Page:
What's Hot: Crazy fast for a 14", 3.75 lb. laptop, can game with the big boys. Nice matte IPS display, very good internals and specs. MSI includes 2 year warranty in the US rather than the industry standard 1 year.
What's Not: Battery life not great, fans are loud, bottom gets toasty.
The MSI GS40 Phantom is the BMW M2 of laptops: a small, high performance machine that runs a bit hot and loud, but that's how we like it. It packs the performance of a high end 17" gaming laptop into an Ultrabook-thin 14" chassis, and while we all tend to like our sports cars throaty and hot in the engine department, I acknowledge that's not everyone's cup of tea in a laptop. Given the current state of computer tech, it's a miracle that we get a quad core 45 watt Intel Core i7 CPU and dedicated NVIDIA GTX 970M graphics in such a small package, so we'll take the often audible fans and the very toasty but not flaming hot bottom as performance badges (check back in 5 years when that might no longer be the case because of technological advancements in newer chips). We were impressed with the 15.6" MSI GS60 Ghost Pro, and we're even more impressed with the technological feat that is the GS40 Phantom.
Specs at a Glance
MSI isn't deluging us with configurations and model numbers here, there's just one commonly available configuration and it has an Intel Skylake 6th generation 2.6 GHz quad Core i7-6700HQ CPU (the kind found in gaming laptops and mobile workstations rather than lower powered Ultrabooks), 16 gigs of DDR4 RAM in two slots, a 128 gig boot PCIe SSD, a 1TB 7200 RPM HDD to store your games and media files and NVIDIA GTX 970M 3GB DDR5 graphics dynamically switchable with Intel HD 530 graphics via NVIDIA Optimus. It has a full HD 1920 x 1080 matte IPS display with good color gamut and brightness (no touch or pen), a backlit SteelSeries RGB keyboard and Killer WiFi and Ethernet. The machine weighs just 3.75 lbs. and is slim at 0.87", which is something we couldn't have imagined just 2 years ago for a laptop with this much horsepower.
Our review loaner was provided by Xoticpc.com, and they do the upgrades for you (if you like). They upgraded out unit to a fast Samsung 950 Pro 512 gig PCIe SSD. They also offer custom skins for the lid, CPU re--pastes, and RAM upgrades where applicable for a variety of performance and gaming oriented laptops.
This is a wickedly fast laptop with the sort of performance you'd expect from chunky 15.6 to 17 inch gaming laptops and workstations weighing at least twice as much as the Phantom. In fact, it's as slim and light as many Ultrabooks that offer significantly less performance. This is actually pretty impressive stuff--14" laptops with this sort of CPU and graphics performance are very rare, and the Razer Blade 14" is one of the few. You can take your games on the road, and edit 1080p and 4K video without having to walk away and grab a cup of coffee or three while transitions render. It can compile code extremely quickly and crunch numbers in Excel like nobody's business. It doesn't throttle performance much when running on battery power, so you won't be tied to an AC outlet until it runs out of juice. The 1080p matte display is also quite nice and good enough for pro photo and video work, as long as you don't want a touch screen.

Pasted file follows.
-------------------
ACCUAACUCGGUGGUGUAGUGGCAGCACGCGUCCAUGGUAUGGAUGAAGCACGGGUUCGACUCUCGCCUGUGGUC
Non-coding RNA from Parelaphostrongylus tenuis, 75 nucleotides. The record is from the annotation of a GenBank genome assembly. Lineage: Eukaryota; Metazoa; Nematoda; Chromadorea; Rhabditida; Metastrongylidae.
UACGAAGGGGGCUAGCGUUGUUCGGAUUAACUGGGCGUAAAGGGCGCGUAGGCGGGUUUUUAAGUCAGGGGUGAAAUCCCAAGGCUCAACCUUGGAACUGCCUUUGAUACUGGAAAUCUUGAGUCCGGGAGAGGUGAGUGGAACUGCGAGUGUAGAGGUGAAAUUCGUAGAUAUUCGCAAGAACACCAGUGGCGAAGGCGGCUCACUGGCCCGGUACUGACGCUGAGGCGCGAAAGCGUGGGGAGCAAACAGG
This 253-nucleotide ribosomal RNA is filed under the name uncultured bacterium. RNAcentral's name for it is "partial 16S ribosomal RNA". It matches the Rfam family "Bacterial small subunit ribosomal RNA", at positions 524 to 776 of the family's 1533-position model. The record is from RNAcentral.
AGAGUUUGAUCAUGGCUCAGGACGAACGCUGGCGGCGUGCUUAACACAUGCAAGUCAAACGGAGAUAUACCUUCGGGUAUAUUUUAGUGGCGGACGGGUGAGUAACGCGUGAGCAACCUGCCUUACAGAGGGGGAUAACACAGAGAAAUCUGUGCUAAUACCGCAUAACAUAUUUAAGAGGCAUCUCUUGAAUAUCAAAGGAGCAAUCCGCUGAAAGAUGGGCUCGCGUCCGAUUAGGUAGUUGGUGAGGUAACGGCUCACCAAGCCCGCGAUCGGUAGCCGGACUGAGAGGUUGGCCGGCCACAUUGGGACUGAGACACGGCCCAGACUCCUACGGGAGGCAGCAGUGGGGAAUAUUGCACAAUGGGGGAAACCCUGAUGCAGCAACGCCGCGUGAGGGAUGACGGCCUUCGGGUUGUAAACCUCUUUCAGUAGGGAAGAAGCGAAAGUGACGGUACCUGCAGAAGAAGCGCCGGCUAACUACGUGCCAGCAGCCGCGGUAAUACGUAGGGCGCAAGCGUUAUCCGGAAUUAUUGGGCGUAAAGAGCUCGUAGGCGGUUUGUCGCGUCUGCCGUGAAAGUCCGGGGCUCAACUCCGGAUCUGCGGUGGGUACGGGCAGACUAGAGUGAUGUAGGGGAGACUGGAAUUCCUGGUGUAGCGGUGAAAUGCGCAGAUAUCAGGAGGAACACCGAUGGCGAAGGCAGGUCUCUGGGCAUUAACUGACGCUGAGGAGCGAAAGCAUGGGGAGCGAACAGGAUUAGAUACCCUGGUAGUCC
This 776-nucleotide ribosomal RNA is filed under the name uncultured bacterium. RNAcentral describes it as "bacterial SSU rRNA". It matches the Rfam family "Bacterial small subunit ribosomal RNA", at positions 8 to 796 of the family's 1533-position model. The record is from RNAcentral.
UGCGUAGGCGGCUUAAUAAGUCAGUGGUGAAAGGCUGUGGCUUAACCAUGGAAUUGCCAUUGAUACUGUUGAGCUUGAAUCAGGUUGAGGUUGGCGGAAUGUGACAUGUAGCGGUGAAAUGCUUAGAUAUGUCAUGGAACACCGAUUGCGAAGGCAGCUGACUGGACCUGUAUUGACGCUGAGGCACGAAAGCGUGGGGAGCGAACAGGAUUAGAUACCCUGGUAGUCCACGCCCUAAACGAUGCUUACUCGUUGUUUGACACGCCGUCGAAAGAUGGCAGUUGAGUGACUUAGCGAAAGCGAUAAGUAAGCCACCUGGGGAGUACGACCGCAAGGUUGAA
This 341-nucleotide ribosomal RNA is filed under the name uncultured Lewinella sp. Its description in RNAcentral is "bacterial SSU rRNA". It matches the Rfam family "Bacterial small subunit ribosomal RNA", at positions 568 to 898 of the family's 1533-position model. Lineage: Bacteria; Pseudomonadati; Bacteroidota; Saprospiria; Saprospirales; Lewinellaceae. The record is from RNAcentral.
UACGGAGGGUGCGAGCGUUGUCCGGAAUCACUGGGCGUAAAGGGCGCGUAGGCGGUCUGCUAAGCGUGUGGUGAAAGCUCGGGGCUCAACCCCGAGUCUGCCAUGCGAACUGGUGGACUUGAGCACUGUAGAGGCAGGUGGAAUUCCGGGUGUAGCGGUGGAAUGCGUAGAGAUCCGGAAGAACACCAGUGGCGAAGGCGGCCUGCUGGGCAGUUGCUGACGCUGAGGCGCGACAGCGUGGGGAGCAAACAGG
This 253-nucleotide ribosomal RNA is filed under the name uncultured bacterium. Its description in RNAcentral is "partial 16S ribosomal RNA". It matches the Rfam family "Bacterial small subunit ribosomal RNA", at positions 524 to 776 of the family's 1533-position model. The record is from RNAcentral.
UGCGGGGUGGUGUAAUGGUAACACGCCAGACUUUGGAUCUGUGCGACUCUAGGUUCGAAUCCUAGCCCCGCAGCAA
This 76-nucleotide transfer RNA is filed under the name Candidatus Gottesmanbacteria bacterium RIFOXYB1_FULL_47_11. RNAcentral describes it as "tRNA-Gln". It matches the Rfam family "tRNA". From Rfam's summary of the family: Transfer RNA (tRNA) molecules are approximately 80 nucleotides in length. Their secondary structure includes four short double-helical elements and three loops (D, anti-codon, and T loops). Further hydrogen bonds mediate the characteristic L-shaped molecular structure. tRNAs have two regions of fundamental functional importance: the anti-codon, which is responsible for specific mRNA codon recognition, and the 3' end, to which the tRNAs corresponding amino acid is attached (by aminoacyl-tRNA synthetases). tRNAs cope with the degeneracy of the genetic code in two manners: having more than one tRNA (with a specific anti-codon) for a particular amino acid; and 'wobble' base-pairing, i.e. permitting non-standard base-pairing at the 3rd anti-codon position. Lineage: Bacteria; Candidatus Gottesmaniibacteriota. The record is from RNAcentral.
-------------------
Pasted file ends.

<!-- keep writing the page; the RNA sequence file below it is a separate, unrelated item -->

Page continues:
But wait, there's more. The laptop has a better than average selection of ports including gigabit Killer E2400 Ethernet, two USB 3.0 ports, mic and headphone with ESS Sabre HiFi, HDMI 1.4, mini DisplayPort for 4k monitors @ 60 Hz and USB-C 3.1/Thunderbolt 3. The programmable backlit keyboard makes for firm and pleasant typing with good key travel--it's a solid choice if typing is an important part of your daily routine.
Killer WiFi is tops--it has fast throughput and great range. We're glad MSI continues to include it in their high end gaming laptops. The machine has dual band 2x2 802.11ac Killer 1525 WiFi with Bluetooth 4.1.
What's the Catch?
Battery life isn't great. The 4 cell battery offers enough power for 4 hour runtimes when doing productivity work and streaming video at 40% brightness (considerably less when gaming or rendering video in Premiere Pro). A laptop this powerful and small lacks the space for a battery that can rival Ultrabook runtimes with their lower power CPUs and integrated graphics. That said, the machine can switch to Intel HD 530 graphics when you're not gaming, or editing photos and videos. Another issue: MSI includes a 150 watt charger when 160 watts would be appropriate to ensure that the battery won't discharge when plugged into AC and gaming hard.
The trackpad is typical of MSI, which is to say at best bearable. It supports multi-touch and gestures, but overall tracking and sane behavior are bare bones passable. It's better than older MSI laptops, which means it won't drive you absolutely mad, but it's no Microsoft Precision experience as with the Dell XPS 15 and Microsoft Surface Book. This is a small laptop with absolutely meek speakers-- don't expect the great speakers you get with MSI's larger gaming laptops. Audio quality out of the headphone jack is excellent.
Design and Ergonomics